Do Australians find it offensive to be labeled a "bogan"?
I personally do not find this term offensive. It was originally used to denote someone of low socio economic status and on welfare payments. However, over the years it has come to mean someone that does something very stupid or ill-mannered, for example I love tomato sauce (ketchup) on everything. Recently I was in a restaurant and ordered a chicken schnitzel, it was very dry so I asked for some tomato sauce to put on it, my dining partner remarked "what are you doing, are you a bogan?" I just love sauce on everything,
Do you find it acceptable for a major Australian supermarket chain to sell "offensive" singlets?
I don't consider this slogan on a tee shirt racist or defensive at all. It reflects average opinion. Or--do you want to live and work next to someone who doesn't appreciate this country? I think not. If Woolies wants to sell such merchandise it is ONLY the PC fanatics we seem to be breeding in unwanted masses that object. Stuff the PC mob and stuff anyone who wants to shout down freedom of expression--of which we have too many--hence the tee shirt and that slogan in the first place. Or put another way, You don't like my reply?---then leave this page. No one forced you to come here to Australia or to log in here either. Nothing racist or offensive in that at all. Except as mentioned, to idiot PC jerks.
Do they sell kangaroo meat in grocery stores in Australia?Here in Oz most ‘roo meat goes into pet food, so you can buy it at most stores.Kangaroo meat for human consumption is a different matter…Here in Sydney, you can buy kangaroo meat at the major supermarkets and it is usually in stock. However, from the comparatively few packets on display in the fridges (you have to search for it) I’d assume it isn’t popular in Oz. I bought it once but didn’t like it - too strong a flavour for my palate.Like most exotic meats you can order it from the Butcher, but you are unlikely to find it in the general stores.The meat is from wild stock, you can’t easily farm ‘roos.Most Kangaroo meat production in Australia is exported (over 30 countries). So where there is demand there must be popularity.Kangaroo meat company jumps at chance to expand in Europe - The Lead SAApparently ‘roo meat is/was very popular in Russia, but some time ago we had some trouble with “cowboy” processors trying to make a buck.The Russian government has suspended imports off & on for some reason or another (eg: sanctions retaliation), so the big exporters aren’t keen on that market.Kangaroo meat exporters let Russia hop off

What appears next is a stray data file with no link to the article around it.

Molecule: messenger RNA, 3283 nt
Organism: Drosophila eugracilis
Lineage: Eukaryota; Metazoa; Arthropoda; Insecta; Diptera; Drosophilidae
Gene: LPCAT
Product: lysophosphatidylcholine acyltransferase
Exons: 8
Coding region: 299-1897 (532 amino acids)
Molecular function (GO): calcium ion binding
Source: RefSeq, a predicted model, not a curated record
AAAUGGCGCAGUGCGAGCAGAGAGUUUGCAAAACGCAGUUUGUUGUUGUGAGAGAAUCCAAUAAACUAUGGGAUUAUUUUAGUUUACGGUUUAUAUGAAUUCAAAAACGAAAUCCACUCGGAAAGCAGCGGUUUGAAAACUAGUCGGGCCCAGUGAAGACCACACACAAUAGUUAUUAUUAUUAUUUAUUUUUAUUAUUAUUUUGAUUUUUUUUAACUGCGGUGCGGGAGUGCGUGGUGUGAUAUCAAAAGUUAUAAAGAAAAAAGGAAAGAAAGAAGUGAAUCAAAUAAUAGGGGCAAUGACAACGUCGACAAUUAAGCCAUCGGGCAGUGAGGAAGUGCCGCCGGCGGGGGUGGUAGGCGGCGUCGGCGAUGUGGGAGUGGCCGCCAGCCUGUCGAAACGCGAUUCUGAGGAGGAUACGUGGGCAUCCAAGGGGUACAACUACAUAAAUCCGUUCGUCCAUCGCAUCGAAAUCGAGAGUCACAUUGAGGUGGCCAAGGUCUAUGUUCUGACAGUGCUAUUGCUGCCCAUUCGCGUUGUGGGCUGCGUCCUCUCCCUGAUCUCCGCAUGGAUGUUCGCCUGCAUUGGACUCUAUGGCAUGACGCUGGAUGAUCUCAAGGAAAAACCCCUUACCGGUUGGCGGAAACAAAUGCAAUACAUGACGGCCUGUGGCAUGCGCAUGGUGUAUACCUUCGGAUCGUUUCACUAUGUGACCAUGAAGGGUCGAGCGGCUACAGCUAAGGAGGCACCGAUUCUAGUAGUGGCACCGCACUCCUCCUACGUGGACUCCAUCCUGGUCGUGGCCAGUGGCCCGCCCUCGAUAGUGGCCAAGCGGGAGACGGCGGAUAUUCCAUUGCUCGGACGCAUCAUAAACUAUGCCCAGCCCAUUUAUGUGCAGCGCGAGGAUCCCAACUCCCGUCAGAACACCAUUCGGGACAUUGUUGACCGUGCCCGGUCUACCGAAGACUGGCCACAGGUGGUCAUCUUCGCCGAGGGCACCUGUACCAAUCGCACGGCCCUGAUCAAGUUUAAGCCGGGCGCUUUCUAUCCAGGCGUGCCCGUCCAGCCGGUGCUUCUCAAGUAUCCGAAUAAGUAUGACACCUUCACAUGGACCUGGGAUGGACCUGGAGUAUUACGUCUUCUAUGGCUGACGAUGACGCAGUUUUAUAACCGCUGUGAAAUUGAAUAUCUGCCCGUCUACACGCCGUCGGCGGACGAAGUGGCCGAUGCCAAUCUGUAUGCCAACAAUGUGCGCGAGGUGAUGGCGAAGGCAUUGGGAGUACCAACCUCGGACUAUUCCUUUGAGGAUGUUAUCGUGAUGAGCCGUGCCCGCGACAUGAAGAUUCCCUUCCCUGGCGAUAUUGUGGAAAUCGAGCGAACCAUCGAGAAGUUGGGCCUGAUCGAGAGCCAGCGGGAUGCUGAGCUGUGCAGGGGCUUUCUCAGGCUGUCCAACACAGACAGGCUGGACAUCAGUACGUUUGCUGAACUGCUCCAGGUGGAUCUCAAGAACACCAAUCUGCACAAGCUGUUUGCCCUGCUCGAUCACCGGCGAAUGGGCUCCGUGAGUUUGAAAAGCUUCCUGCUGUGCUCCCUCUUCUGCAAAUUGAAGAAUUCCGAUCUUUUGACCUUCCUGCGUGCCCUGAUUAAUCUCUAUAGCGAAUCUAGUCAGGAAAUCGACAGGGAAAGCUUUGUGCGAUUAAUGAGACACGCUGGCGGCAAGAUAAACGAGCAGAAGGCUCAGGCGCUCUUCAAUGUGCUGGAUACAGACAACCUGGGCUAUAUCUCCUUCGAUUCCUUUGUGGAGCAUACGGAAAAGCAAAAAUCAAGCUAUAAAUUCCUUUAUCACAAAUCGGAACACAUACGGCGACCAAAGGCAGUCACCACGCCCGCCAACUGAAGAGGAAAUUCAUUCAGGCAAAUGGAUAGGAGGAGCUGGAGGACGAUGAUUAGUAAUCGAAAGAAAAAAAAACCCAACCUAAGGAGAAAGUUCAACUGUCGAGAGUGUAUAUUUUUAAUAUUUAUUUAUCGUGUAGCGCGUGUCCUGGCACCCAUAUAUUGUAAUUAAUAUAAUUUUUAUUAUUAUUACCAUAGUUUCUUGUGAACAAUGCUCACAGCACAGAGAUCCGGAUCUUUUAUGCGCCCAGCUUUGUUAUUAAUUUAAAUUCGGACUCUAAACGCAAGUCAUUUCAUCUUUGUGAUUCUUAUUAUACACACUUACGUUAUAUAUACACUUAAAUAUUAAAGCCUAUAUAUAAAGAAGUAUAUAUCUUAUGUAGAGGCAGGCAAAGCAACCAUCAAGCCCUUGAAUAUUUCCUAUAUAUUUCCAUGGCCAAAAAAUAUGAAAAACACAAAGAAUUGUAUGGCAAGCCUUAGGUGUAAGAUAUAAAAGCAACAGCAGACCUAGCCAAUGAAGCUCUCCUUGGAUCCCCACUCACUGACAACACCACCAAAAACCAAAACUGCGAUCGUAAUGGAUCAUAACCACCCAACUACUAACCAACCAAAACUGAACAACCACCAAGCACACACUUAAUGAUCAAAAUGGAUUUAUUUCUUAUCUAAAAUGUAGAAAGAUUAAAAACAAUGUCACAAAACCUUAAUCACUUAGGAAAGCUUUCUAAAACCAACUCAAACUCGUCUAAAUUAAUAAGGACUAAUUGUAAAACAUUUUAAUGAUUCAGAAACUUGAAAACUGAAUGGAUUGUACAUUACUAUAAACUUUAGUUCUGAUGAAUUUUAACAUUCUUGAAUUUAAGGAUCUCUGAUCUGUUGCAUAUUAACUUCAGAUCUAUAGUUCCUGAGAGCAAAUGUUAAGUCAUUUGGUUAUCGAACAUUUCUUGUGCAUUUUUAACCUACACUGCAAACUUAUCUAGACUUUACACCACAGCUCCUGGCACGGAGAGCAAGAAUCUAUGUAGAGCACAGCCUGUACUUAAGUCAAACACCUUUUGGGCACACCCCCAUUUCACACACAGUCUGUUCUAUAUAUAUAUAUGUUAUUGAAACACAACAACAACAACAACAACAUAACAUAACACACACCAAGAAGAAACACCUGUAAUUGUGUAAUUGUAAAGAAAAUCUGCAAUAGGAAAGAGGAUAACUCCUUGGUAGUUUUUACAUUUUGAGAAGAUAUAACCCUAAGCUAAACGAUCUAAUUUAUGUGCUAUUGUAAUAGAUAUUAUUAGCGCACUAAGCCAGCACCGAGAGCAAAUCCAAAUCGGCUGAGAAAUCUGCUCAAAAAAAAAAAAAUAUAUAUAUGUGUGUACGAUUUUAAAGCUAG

As other’s have already mentioned, Harris Farm is probably the closest match, though closer to Wholefoods (US). While primarily a greengrocers, it also stocks a wide range of dried goods (pasta, pulses), dairy, gourmet breads and deli items. Though it is a supermarket chain, its stores are more akin to IGA (Independent Grocer’s Association) shops than the Coles/Woolworth’s duopoly. The Potts Point store has a small fishmongers and butchers alongside the usual fare. Harris Farm Markets Potts PointIt seems the Norton Street Grocer’s Westfield Bondi Junction store has been replaced by a Harris Farm, but there’s still the original outlet in Leichardt which is famous for its quality produce with an emphasis on Mediterranean cuisine. Leichhardt & Bondi JunctionDavid Jones’ food halls are at the top end of the scale with two Sydney locations soon to be revamped under the direction of chef Neill Perry. Neil Perry is rebooting David Jones’ food halls DJ’s is also set enter the supermarket wars with a Waitrose type offering. David Jones promises to revolutionise food shopping
What's the cheapest grocery store to shop at in Los Angeles?
what part of la are you in??? i recently moved to the valley an and am lucky to have a fresh and easy close by... they use local farmers... almost evrerything in the store is their brand and i really love the stuff they have... you should check it out.... prices are significantly lower than ralphs...the only thing is it is all self check out... but if you dont mind ringing yourself up and bagging your own groceries (which they offer to help anyway), its really a good value... i know there is one on hollywood blvd... other than that, tryfood for less...
There is no real equivalent. We have imported Costco, which has a few (eight) stores around the country. But otherwise there aren't any chain stores that "do it all" on a scale like Walmart does.On a smaller scale you can probably go to Kmart or Big W, which do sell some groceries (but not chilled goods, though I don't know whether Walmart sells them either). They're never going to go full on discount groceries because they're owned by Coles and Woolworths supermarkets respectively who are already aggressively competing on price, and tend to exist in shopping centres near a supermarket anyway. They're not as warehousey as Walmart either.You might try Aldi as well, which is a bit of a mix of cheap housebrand products and general merchandise. They're fairly small and random, though, but at least they're more common than even Kmart these days.
$2 per pack is the special. The normal retail price is $3.49, which is roughly RM 10. Australian supermarkets, especially Woolworths, practice a strategy called loss-leading. Every week they have a small selection of products on a steep discount, often below their cost price. The purpose is to attract the customers in for their weekly shopping, and they make up the loss from other items that are not on special. In 2015, Woolworths has one of the highest aggregate retail margins of any supermarkets in the developed world.
I am having a hard time finding yellow wax beans. Does anyone know which supermarket would sell them?
Although yellow wax beans are usually available year round, their peak season tends to run July to late September. If you can't find them at a supermarket during these months, check with your local famers' market.